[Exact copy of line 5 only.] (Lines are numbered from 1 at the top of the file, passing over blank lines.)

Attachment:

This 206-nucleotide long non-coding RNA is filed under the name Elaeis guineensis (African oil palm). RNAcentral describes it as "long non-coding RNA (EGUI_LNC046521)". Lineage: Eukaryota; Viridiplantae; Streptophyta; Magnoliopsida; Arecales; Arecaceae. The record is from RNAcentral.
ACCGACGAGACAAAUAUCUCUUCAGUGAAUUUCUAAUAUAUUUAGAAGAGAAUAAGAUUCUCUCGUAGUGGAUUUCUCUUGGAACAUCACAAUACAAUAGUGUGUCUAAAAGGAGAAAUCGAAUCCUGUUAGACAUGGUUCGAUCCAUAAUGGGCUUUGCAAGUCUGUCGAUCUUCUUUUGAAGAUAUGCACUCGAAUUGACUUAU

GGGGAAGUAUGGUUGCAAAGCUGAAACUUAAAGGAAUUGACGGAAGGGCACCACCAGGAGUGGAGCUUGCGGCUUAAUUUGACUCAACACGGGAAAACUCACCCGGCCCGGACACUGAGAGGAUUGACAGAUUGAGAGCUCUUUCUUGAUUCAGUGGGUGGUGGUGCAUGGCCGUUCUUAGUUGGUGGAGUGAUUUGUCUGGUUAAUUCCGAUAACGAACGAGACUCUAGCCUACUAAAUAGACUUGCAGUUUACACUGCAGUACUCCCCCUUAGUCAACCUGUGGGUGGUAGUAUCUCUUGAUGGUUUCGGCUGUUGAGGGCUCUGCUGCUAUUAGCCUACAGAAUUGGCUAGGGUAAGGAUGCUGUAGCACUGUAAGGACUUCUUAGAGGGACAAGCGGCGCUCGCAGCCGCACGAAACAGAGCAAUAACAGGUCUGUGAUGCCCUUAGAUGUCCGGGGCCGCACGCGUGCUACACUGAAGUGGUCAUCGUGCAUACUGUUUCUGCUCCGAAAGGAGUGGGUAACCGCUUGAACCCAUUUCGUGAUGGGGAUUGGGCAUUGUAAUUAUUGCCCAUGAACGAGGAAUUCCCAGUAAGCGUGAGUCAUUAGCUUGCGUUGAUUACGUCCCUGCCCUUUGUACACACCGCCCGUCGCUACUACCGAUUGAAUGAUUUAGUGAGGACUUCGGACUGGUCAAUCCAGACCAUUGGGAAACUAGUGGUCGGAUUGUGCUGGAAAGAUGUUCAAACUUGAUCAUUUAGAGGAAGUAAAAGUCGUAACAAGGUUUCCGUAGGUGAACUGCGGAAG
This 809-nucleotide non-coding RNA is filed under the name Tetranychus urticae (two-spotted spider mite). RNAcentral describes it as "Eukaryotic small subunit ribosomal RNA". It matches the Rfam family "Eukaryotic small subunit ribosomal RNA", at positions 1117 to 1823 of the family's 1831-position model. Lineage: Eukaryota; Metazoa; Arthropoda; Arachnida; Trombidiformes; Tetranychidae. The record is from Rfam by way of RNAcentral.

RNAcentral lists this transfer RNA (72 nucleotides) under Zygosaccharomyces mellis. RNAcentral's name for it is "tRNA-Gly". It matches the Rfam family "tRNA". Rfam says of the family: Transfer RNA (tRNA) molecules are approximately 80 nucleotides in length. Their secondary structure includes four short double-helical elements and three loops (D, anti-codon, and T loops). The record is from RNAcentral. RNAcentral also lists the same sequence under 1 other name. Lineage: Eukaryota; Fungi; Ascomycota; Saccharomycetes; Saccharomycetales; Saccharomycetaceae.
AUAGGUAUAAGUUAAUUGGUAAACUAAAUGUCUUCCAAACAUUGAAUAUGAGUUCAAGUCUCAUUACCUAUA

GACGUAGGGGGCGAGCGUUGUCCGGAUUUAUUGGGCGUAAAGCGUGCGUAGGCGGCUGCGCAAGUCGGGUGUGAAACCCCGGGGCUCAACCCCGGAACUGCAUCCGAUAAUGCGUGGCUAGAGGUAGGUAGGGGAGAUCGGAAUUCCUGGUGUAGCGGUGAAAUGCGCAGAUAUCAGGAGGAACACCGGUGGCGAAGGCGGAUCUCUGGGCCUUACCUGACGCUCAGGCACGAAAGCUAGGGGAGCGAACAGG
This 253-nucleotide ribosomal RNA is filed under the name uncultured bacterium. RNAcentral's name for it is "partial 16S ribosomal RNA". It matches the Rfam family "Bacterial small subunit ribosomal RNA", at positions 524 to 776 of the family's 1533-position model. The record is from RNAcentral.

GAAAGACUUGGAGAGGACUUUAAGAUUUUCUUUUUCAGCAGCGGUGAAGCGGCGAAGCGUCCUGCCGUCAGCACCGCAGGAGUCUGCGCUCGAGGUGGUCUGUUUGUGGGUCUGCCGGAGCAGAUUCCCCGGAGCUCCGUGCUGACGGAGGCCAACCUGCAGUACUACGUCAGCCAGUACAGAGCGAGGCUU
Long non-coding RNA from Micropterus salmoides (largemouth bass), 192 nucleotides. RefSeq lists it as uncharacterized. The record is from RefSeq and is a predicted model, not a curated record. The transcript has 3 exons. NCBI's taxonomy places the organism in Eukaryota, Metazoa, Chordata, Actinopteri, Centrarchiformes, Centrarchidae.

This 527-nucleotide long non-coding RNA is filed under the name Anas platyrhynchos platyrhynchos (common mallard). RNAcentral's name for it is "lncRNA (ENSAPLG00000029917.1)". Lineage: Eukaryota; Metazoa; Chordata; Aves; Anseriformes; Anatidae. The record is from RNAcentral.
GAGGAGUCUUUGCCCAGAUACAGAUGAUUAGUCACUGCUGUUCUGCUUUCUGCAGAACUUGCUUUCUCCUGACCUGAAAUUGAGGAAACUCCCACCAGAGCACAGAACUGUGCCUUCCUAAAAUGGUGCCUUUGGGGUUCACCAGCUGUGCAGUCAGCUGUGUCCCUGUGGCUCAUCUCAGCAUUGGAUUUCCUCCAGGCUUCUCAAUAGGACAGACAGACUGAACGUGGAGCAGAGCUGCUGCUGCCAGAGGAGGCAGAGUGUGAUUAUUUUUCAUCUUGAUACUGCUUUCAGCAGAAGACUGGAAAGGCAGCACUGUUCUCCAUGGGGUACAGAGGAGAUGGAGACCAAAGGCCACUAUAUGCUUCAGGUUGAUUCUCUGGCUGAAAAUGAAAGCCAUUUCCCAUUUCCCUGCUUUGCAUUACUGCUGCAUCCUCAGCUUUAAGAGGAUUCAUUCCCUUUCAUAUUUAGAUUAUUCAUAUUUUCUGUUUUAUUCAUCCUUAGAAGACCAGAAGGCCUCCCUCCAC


RNAcentral lists this transfer RNA (72 nucleotides) under Zygosaccharomyces mellis. RNAcentral's name for it is "tRNA-Gly". It matches the Rfam family "tRNA". Rfam says of the family: Transfer RNA (tRNA) molecules are approximately 80 nucleotides in length. Their secondary structure includes four short double-helical elements and three loops (D, anti-codon, and T loops). The record is from RNAcentral. RNAcentral also lists the same sequence under 1 other name. Lineage: Eukaryota; Fungi; Ascomycota; Saccharomycetes; Saccharomycetales; Saccharomycetaceae.